The latest global ransomware attack may have affected IT for 11 schools in New Zealand.
The attack came to light early yesterday, hitting a Miami-based IT company, Kaseya, and infiltrating companies using that firm’s software.
The Ministry of Edcuation said it is working with the schools to provide support and will continue to identify if other schools have been impacted.
The ministry’s deputy secretary business enablement and support, Zoe Griffiths, said any school that believes they may have Kaseya VSA software installed should first contact their IT provider.
They should also undertake the recommended steps in an advisory on the CERT NZ website.
Earlier today, IT security expert Daniel Ayers said New Zealand organisations may have been caught up in the ransomware attack.
Ayers said this sort of “supply chain” attack is significant and there are a number of IT service providers in New Zealand that use Kaseya.
“There’s been information released on the internet that there are people affected in New Zealand. Some of the anti-virus providers have released information that they have seen detections in New Zealand.”
Ayers said the timing of the attack means some companies may not discover they are affected until they start work tomorrow morning.
Local tech company Datacom said it has shut down its servers that use Kaseya software after the attack.
A spokesperson for the company said it had been decommissioning the software, even before yesterday’s attack.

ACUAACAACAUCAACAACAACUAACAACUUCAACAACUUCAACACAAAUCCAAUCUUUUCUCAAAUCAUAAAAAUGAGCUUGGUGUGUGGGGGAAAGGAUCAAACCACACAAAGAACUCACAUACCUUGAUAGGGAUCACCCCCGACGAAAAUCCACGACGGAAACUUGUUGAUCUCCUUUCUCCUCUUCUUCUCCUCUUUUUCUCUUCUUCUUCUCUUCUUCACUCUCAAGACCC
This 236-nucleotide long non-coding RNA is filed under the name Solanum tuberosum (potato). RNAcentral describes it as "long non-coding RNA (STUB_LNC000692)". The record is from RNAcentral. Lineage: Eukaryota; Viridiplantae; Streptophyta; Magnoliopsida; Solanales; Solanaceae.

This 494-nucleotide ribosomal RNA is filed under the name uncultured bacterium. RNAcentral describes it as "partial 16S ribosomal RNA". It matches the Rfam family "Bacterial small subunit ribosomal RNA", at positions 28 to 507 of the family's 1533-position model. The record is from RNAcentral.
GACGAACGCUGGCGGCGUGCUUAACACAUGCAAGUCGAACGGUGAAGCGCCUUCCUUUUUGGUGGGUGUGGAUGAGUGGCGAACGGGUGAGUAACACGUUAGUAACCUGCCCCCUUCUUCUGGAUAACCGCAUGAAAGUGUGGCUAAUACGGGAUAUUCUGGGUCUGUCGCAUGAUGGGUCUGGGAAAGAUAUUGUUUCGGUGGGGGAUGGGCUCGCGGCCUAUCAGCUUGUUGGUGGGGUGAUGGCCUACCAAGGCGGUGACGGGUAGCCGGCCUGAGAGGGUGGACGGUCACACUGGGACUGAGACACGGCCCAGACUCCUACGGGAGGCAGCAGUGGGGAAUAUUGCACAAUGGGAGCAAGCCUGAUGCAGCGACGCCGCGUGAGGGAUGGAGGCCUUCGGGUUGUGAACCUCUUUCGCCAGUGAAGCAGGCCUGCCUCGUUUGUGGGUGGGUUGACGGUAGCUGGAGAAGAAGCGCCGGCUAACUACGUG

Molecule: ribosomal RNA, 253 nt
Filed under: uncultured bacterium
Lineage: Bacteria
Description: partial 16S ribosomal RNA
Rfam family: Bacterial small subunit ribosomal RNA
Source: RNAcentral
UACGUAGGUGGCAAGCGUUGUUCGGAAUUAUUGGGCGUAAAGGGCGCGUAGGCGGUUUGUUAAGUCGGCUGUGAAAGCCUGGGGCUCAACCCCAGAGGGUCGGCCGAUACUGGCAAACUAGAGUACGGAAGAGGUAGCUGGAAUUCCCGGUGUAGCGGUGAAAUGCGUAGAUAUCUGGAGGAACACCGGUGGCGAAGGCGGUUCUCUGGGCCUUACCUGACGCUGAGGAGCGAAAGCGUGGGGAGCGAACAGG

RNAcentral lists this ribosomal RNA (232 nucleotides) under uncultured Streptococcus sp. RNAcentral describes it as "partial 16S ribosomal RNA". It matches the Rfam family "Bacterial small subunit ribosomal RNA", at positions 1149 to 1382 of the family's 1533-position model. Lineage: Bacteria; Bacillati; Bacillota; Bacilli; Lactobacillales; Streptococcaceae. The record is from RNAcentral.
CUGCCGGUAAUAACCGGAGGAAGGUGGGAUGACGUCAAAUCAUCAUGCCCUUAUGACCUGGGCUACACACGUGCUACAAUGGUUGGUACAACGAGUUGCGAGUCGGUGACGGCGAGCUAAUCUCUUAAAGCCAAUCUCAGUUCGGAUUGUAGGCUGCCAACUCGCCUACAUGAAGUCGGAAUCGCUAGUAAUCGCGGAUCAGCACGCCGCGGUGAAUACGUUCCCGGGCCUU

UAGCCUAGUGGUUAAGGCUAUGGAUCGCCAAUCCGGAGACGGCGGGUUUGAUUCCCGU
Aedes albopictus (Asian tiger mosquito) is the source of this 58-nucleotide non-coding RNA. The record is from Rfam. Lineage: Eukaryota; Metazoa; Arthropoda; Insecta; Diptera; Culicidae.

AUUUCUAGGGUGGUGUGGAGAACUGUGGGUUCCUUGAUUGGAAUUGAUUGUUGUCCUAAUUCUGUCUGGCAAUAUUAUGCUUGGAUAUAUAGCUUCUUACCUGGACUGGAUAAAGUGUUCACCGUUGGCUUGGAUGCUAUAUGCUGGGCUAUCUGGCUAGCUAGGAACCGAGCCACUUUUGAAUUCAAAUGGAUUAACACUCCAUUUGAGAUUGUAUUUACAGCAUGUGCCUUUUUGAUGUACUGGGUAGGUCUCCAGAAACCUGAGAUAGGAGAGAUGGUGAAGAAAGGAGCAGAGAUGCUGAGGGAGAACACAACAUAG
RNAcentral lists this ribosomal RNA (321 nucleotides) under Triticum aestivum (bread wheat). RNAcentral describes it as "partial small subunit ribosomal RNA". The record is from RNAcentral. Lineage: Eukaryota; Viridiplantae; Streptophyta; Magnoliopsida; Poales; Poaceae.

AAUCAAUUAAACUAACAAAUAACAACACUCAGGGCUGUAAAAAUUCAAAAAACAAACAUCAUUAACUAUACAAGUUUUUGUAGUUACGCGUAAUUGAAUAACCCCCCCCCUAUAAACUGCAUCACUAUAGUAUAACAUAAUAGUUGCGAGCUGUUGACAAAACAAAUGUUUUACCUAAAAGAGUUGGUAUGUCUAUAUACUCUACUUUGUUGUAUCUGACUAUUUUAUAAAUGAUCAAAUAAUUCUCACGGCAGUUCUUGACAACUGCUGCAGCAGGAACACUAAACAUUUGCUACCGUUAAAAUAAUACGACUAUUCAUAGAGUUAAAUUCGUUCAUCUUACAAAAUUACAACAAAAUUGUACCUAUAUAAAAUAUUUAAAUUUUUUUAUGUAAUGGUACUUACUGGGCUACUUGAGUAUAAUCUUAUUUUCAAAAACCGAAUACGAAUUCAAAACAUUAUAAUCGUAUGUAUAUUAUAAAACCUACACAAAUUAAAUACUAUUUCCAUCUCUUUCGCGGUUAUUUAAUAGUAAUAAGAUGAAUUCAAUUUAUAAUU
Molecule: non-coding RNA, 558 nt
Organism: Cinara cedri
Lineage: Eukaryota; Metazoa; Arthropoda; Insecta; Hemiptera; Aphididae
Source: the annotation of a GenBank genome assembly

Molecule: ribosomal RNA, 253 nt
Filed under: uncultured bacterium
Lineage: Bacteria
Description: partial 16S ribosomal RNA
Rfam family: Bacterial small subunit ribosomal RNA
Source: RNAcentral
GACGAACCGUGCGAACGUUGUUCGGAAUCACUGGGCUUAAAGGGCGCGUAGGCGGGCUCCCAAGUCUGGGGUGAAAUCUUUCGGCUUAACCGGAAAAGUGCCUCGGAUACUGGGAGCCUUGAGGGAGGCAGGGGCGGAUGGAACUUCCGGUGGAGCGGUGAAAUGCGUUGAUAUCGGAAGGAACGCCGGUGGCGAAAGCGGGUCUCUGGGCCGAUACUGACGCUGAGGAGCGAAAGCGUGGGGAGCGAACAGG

It has been monitoring the situation for its customers and has not found any sign of incursions.
The cyber-security watchdog CertNZ is advising organisations using Kaseya to shut down those servers.
Kaseya provides IT management software for Managed Service Providers (MSPs) and small to mid-sized businesses (SMBs) – linking clients and partners in New Zealand.
Kaseya has previously publicised its links to New Zealand-based CodeBlue and other Australasian IT companies, including BigAir, Datacom, eNerds, Leap Consulting, Surety IT and Ricoh Australia.
President Joe Biden has directed US intelligence agencies to investigate who was behind the attack that also hit hundreds of American businesses.
As well, 500 Coop supermarket stores in Sweden have been forced to close.
Coop Sweden said it closed more than half of its 800 stores on Friday after point-of-sale tills and self-service checkouts stopped working.
Security firm Huntress said it believed the Russia-linked REvil ransomware gang was to blame for the latest ransomware outbreak. Last month, the FBI blamed the same group for paralysing meat packer JBS.
In a statement, the US Cybersecurity and Infrastructure Security Agency said it was “taking action to understand and address the recent supply-chain ransomware attack” against Kaseya’s VSA product.
US and British authorities said Russian spies accused of interfering in the 2016 US presidential election have spent much of the past two years abusing virtual private networks (VPNs) to target hundreds of organisations worldwide.
Russia’s embassy in Washington has denied that charge.
This story has been updated to reflect that Daniel Ayers believes New Zealand companies may be affected by the Kaseya hack.